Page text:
Finally! some numbers: 1547 guns in a year. That is “tons” now? they still don’t say how many were traced, just 90% of the TRACEABLE ones were traced. Even if 100% were traceable, that means that 1392 were from the USA. ATF stats for 2007 say that 2.7 MILLION guns were produced that year. Not only that, but 207,000+ guns were legally exported. So if 90% of the guns that were traced to the US turns out to be 1392 guns, that is less than 1 percent (0.67%) of all exported guns, and less than 5 hundredths of a percent (0.05%) of all of the guns sold in the us in 2007. The only way this is tons of guns is if you measure it by the pound.

And again, this is only the guns that were submitted to the ATF for tracing, and those that could be traced. Best case, that’s all 1392, worst case that is NINE.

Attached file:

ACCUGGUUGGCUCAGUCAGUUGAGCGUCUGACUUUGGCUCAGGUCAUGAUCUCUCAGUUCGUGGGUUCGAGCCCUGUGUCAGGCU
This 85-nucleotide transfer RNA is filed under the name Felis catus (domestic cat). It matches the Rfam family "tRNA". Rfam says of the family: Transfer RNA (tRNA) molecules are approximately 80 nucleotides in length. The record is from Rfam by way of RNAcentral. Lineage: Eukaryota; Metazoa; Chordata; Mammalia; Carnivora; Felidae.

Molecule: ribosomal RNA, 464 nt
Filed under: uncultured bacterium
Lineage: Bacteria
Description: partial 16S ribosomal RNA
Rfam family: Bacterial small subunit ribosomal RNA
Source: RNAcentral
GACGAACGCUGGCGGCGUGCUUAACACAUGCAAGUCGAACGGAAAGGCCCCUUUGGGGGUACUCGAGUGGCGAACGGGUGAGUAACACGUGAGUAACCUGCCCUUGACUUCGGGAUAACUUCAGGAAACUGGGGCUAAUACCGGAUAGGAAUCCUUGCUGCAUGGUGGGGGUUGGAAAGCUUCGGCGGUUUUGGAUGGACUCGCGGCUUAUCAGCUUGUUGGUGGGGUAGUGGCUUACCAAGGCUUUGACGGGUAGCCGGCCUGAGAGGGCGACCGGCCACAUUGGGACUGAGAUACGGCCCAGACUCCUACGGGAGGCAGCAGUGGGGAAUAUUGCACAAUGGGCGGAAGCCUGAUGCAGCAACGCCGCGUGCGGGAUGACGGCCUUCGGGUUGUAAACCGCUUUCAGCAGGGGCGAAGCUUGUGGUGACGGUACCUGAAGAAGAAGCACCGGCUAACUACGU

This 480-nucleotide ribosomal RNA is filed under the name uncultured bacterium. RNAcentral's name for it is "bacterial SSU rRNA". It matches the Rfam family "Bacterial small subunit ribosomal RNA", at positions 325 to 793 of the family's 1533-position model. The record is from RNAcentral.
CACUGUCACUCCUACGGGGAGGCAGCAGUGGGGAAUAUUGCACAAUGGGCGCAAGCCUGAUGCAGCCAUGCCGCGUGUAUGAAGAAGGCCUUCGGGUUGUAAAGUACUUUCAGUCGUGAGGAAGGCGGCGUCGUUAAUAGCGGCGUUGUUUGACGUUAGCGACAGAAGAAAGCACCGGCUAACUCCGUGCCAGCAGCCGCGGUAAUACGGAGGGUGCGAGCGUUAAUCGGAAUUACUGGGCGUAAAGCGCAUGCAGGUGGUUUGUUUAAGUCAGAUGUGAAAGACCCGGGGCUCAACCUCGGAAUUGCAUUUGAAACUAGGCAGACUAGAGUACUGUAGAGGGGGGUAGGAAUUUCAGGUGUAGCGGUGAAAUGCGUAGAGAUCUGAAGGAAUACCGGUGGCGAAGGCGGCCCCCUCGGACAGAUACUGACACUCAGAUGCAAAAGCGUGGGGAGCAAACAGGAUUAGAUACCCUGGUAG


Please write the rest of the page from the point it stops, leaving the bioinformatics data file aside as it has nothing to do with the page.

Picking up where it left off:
There are related statistics to these 1392 guns that were traceable that i would like to see:
1) how many of them had been reported stolen?
2) how many of them were reported lost or stolen by the US Government? State and Local governments?

Those are harder numbers to find. So lets look at state by state trace information published by the ATF.

If you look at only the Texas ATF trace statistics for 2007, they traced 14,111 firearms to that state alone. Of those recovered, there were seventeen “machine-guns”. 17 of fourteen thousand!

What is the distribution of the guns given to the ATF for trace? How many hanguns? revolvers? shotguns? rifles? how many were “scary black rifles”? If you go with the texas numbers from above, it would be about half autoloading handguns, then about a fifth revolvers, a fifth shotguns, a fifth rifles, the rest random stuff.
How many exactly were fully automatic? That’s what everyone is talking about, drug runners with scary machine guns!